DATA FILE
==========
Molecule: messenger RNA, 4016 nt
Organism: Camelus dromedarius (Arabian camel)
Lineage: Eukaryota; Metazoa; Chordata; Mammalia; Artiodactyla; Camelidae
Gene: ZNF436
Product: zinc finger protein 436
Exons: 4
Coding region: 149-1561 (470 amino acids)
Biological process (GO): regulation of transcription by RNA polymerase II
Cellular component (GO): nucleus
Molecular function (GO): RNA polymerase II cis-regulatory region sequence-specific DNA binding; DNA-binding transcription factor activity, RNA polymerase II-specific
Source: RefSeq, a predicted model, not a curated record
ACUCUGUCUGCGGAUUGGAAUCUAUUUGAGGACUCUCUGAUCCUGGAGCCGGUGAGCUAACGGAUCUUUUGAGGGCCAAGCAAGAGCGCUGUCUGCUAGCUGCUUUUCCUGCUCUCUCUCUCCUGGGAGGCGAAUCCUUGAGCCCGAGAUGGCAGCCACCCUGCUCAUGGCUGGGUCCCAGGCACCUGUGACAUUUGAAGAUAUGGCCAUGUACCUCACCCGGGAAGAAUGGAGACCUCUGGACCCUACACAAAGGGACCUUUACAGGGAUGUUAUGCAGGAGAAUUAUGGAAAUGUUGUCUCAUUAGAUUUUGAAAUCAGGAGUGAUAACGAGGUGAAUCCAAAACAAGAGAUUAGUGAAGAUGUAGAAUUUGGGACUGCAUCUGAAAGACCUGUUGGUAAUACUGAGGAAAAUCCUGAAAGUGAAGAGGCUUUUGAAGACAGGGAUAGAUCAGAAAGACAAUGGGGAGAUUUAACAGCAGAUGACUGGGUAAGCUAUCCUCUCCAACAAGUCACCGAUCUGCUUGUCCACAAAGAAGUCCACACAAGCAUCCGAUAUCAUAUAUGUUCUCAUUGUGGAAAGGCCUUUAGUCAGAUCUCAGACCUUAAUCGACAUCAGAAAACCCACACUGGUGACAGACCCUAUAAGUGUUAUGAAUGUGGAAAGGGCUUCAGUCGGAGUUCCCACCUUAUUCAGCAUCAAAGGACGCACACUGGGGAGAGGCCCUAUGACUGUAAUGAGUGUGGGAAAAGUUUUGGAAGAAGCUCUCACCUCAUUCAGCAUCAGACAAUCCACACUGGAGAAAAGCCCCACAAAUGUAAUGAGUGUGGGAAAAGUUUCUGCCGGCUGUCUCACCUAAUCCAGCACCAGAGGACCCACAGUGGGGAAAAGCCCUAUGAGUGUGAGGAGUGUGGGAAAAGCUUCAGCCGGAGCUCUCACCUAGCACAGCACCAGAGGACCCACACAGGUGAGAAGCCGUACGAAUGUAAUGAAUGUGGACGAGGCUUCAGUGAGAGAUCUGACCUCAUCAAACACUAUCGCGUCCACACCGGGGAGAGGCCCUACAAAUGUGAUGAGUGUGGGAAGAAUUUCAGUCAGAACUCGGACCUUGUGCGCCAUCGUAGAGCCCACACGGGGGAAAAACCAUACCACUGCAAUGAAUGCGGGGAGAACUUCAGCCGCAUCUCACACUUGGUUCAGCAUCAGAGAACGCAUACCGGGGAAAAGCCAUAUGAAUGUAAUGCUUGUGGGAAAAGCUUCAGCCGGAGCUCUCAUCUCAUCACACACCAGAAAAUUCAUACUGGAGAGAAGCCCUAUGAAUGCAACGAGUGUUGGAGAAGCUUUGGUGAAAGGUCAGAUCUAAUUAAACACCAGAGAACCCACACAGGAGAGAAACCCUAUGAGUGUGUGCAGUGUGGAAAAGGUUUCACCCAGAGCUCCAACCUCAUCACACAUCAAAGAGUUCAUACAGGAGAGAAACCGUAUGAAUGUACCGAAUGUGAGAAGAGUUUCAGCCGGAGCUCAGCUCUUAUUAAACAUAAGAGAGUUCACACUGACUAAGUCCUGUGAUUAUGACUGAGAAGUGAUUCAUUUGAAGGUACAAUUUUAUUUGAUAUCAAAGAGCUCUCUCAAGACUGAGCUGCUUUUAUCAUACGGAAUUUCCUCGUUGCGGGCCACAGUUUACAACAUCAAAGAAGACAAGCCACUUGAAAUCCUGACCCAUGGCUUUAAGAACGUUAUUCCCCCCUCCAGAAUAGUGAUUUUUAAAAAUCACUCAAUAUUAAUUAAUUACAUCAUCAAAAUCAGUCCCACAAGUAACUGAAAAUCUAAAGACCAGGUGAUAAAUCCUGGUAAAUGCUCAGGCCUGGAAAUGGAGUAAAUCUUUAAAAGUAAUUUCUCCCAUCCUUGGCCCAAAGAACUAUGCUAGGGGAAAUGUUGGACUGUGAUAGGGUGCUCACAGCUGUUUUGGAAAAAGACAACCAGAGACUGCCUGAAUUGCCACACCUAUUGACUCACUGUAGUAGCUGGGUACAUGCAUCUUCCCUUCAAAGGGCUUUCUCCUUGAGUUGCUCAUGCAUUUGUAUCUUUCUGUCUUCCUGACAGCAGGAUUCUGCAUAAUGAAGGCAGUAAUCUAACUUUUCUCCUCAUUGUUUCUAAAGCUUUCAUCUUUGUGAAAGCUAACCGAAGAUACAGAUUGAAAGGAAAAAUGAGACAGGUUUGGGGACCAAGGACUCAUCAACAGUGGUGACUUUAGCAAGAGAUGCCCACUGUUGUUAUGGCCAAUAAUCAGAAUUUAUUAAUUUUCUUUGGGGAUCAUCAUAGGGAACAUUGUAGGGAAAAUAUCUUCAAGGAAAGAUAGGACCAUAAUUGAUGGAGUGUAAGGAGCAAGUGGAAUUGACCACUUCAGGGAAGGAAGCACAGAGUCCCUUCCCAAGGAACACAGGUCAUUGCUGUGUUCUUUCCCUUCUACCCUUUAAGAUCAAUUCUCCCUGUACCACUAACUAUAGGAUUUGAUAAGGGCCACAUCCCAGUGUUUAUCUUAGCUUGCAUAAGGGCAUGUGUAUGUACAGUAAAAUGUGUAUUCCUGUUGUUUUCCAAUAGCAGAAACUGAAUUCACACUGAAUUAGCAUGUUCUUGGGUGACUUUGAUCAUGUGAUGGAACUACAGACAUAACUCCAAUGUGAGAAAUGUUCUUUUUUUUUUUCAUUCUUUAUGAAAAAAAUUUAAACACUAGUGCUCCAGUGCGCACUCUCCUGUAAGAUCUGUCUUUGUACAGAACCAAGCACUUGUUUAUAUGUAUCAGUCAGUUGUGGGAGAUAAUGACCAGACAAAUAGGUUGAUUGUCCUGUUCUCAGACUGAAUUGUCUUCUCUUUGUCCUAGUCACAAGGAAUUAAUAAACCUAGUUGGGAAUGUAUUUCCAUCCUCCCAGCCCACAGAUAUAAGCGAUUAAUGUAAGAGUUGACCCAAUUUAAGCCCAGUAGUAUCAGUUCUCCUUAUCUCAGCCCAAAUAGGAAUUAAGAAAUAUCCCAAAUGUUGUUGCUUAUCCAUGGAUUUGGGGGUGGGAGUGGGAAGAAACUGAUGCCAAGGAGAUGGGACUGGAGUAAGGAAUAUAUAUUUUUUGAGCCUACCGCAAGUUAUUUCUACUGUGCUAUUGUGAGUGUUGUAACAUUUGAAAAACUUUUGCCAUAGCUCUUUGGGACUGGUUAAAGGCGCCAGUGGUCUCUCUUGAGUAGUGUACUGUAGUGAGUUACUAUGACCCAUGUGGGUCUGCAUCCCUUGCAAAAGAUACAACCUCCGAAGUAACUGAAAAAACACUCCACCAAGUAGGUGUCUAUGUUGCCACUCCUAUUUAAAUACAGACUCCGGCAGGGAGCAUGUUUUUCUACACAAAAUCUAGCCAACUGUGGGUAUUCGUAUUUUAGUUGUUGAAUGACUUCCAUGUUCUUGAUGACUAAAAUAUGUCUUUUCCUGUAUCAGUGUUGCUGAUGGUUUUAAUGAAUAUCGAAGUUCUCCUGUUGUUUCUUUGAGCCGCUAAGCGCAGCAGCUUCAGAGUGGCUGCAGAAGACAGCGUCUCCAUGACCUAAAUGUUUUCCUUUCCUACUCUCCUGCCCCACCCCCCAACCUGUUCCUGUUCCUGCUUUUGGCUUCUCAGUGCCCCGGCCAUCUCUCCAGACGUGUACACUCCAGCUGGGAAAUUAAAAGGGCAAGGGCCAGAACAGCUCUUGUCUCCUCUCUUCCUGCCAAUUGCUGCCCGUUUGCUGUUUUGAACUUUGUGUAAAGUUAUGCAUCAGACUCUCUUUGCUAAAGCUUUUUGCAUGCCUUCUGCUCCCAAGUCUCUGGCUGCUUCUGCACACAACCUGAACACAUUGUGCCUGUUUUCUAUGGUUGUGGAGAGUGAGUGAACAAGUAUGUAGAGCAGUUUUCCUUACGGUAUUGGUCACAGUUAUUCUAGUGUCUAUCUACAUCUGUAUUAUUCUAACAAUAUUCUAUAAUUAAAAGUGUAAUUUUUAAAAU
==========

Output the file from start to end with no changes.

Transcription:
Molecule: messenger RNA, 4016 nt
Organism: Camelus dromedarius (Arabian camel)
Lineage: Eukaryota; Metazoa; Chordata; Mammalia; Artiodactyla; Camelidae
Gene: ZNF436
Product: zinc finger protein 436
Exons: 4
Coding region: 149-1561 (470 amino acids)
Biological process (GO): regulation of transcription by RNA polymerase II
Cellular component (GO): nucleus
Molecular function (GO): RNA polymerase II cis-regulatory region sequence-specific DNA binding; DNA-binding transcription factor activity, RNA polymerase II-specific
Source: RefSeq, a predicted model, not a curated record
ACUCUGUCUGCGGAUUGGAAUCUAUUUGAGGACUCUCUGAUCCUGGAGCCGGUGAGCUAACGGAUCUUUUGAGGGCCAAGCAAGAGCGCUGUCUGCUAGCUGCUUUUCCUGCUCUCUCUCUCCUGGGAGGCGAAUCCUUGAGCCCGAGAUGGCAGCCACCCUGCUCAUGGCUGGGUCCCAGGCACCUGUGACAUUUGAAGAUAUGGCCAUGUACCUCACCCGGGAAGAAUGGAGACCUCUGGACCCUACACAAAGGGACCUUUACAGGGAUGUUAUGCAGGAGAAUUAUGGAAAUGUUGUCUCAUUAGAUUUUGAAAUCAGGAGUGAUAACGAGGUGAAUCCAAAACAAGAGAUUAGUGAAGAUGUAGAAUUUGGGACUGCAUCUGAAAGACCUGUUGGUAAUACUGAGGAAAAUCCUGAAAGUGAAGAGGCUUUUGAAGACAGGGAUAGAUCAGAAAGACAAUGGGGAGAUUUAACAGCAGAUGACUGGGUAAGCUAUCCUCUCCAACAAGUCACCGAUCUGCUUGUCCACAAAGAAGUCCACACAAGCAUCCGAUAUCAUAUAUGUUCUCAUUGUGGAAAGGCCUUUAGUCAGAUCUCAGACCUUAAUCGACAUCAGAAAACCCACACUGGUGACAGACCCUAUAAGUGUUAUGAAUGUGGAAAGGGCUUCAGUCGGAGUUCCCACCUUAUUCAGCAUCAAAGGACGCACACUGGGGAGAGGCCCUAUGACUGUAAUGAGUGUGGGAAAAGUUUUGGAAGAAGCUCUCACCUCAUUCAGCAUCAGACAAUCCACACUGGAGAAAAGCCCCACAAAUGUAAUGAGUGUGGGAAAAGUUUCUGCCGGCUGUCUCACCUAAUCCAGCACCAGAGGACCCACAGUGGGGAAAAGCCCUAUGAGUGUGAGGAGUGUGGGAAAAGCUUCAGCCGGAGCUCUCACCUAGCACAGCACCAGAGGACCCACACAGGUGAGAAGCCGUACGAAUGUAAUGAAUGUGGACGAGGCUUCAGUGAGAGAUCUGACCUCAUCAAACACUAUCGCGUCCACACCGGGGAGAGGCCCUACAAAUGUGAUGAGUGUGGGAAGAAUUUCAGUCAGAACUCGGACCUUGUGCGCCAUCGUAGAGCCCACACGGGGGAAAAACCAUACCACUGCAAUGAAUGCGGGGAGAACUUCAGCCGCAUCUCACACUUGGUUCAGCAUCAGAGAACGCAUACCGGGGAAAAGCCAUAUGAAUGUAAUGCUUGUGGGAAAAGCUUCAGCCGGAGCUCUCAUCUCAUCACACACCAGAAAAUUCAUACUGGAGAGAAGCCCUAUGAAUGCAACGAGUGUUGGAGAAGCUUUGGUGAAAGGUCAGAUCUAAUUAAACACCAGAGAACCCACACAGGAGAGAAACCCUAUGAGUGUGUGCAGUGUGGAAAAGGUUUCACCCAGAGCUCCAACCUCAUCACACAUCAAAGAGUUCAUACAGGAGAGAAACCGUAUGAAUGUACCGAAUGUGAGAAGAGUUUCAGCCGGAGCUCAGCUCUUAUUAAACAUAAGAGAGUUCACACUGACUAAGUCCUGUGAUUAUGACUGAGAAGUGAUUCAUUUGAAGGUACAAUUUUAUUUGAUAUCAAAGAGCUCUCUCAAGACUGAGCUGCUUUUAUCAUACGGAAUUUCCUCGUUGCGGGCCACAGUUUACAACAUCAAAGAAGACAAGCCACUUGAAAUCCUGACCCAUGGCUUUAAGAACGUUAUUCCCCCCUCCAGAAUAGUGAUUUUUAAAAAUCACUCAAUAUUAAUUAAUUACAUCAUCAAAAUCAGUCCCACAAGUAACUGAAAAUCUAAAGACCAGGUGAUAAAUCCUGGUAAAUGCUCAGGCCUGGAAAUGGAGUAAAUCUUUAAAAGUAAUUUCUCCCAUCCUUGGCCCAAAGAACUAUGCUAGGGGAAAUGUUGGACUGUGAUAGGGUGCUCACAGCUGUUUUGGAAAAAGACAACCAGAGACUGCCUGAAUUGCCACACCUAUUGACUCACUGUAGUAGCUGGGUACAUGCAUCUUCCCUUCAAAGGGCUUUCUCCUUGAGUUGCUCAUGCAUUUGUAUCUUUCUGUCUUCCUGACAGCAGGAUUCUGCAUAAUGAAGGCAGUAAUCUAACUUUUCUCCUCAUUGUUUCUAAAGCUUUCAUCUUUGUGAAAGCUAACCGAAGAUACAGAUUGAAAGGAAAAAUGAGACAGGUUUGGGGACCAAGGACUCAUCAACAGUGGUGACUUUAGCAAGAGAUGCCCACUGUUGUUAUGGCCAAUAAUCAGAAUUUAUUAAUUUUCUUUGGGGAUCAUCAUAGGGAACAUUGUAGGGAAAAUAUCUUCAAGGAAAGAUAGGACCAUAAUUGAUGGAGUGUAAGGAGCAAGUGGAAUUGACCACUUCAGGGAAGGAAGCACAGAGUCCCUUCCCAAGGAACACAGGUCAUUGCUGUGUUCUUUCCCUUCUACCCUUUAAGAUCAAUUCUCCCUGUACCACUAACUAUAGGAUUUGAUAAGGGCCACAUCCCAGUGUUUAUCUUAGCUUGCAUAAGGGCAUGUGUAUGUACAGUAAAAUGUGUAUUCCUGUUGUUUUCCAAUAGCAGAAACUGAAUUCACACUGAAUUAGCAUGUUCUUGGGUGACUUUGAUCAUGUGAUGGAACUACAGACAUAACUCCAAUGUGAGAAAUGUUCUUUUUUUUUUUCAUUCUUUAUGAAAAAAAUUUAAACACUAGUGCUCCAGUGCGCACUCUCCUGUAAGAUCUGUCUUUGUACAGAACCAAGCACUUGUUUAUAUGUAUCAGUCAGUUGUGGGAGAUAAUGACCAGACAAAUAGGUUGAUUGUCCUGUUCUCAGACUGAAUUGUCUUCUCUUUGUCCUAGUCACAAGGAAUUAAUAAACCUAGUUGGGAAUGUAUUUCCAUCCUCCCAGCCCACAGAUAUAAGCGAUUAAUGUAAGAGUUGACCCAAUUUAAGCCCAGUAGUAUCAGUUCUCCUUAUCUCAGCCCAAAUAGGAAUUAAGAAAUAUCCCAAAUGUUGUUGCUUAUCCAUGGAUUUGGGGGUGGGAGUGGGAAGAAACUGAUGCCAAGGAGAUGGGACUGGAGUAAGGAAUAUAUAUUUUUUGAGCCUACCGCAAGUUAUUUCUACUGUGCUAUUGUGAGUGUUGUAACAUUUGAAAAACUUUUGCCAUAGCUCUUUGGGACUGGUUAAAGGCGCCAGUGGUCUCUCUUGAGUAGUGUACUGUAGUGAGUUACUAUGACCCAUGUGGGUCUGCAUCCCUUGCAAAAGAUACAACCUCCGAAGUAACUGAAAAAACACUCCACCAAGUAGGUGUCUAUGUUGCCACUCCUAUUUAAAUACAGACUCCGGCAGGGAGCAUGUUUUUCUACACAAAAUCUAGCCAACUGUGGGUAUUCGUAUUUUAGUUGUUGAAUGACUUCCAUGUUCUUGAUGACUAAAAUAUGUCUUUUCCUGUAUCAGUGUUGCUGAUGGUUUUAAUGAAUAUCGAAGUUCUCCUGUUGUUUCUUUGAGCCGCUAAGCGCAGCAGCUUCAGAGUGGCUGCAGAAGACAGCGUCUCCAUGACCUAAAUGUUUUCCUUUCCUACUCUCCUGCCCCACCCCCCAACCUGUUCCUGUUCCUGCUUUUGGCUUCUCAGUGCCCCGGCCAUCUCUCCAGACGUGUACACUCCAGCUGGGAAAUUAAAAGGGCAAGGGCCAGAACAGCUCUUGUCUCCUCUCUUCCUGCCAAUUGCUGCCCGUUUGCUGUUUUGAACUUUGUGUAAAGUUAUGCAUCAGACUCUCUUUGCUAAAGCUUUUUGCAUGCCUUCUGCUCCCAAGUCUCUGGCUGCUUCUGCACACAACCUGAACACAUUGUGCCUGUUUUCUAUGGUUGUGGAGAGUGAGUGAACAAGUAUGUAGAGCAGUUUUCCUUACGGUAUUGGUCACAGUUAUUCUAGUGUCUAUCUACAUCUGUAUUAUUCUAACAAUAUUCUAUAAUUAAAAGUGUAAUUUUUAAAAU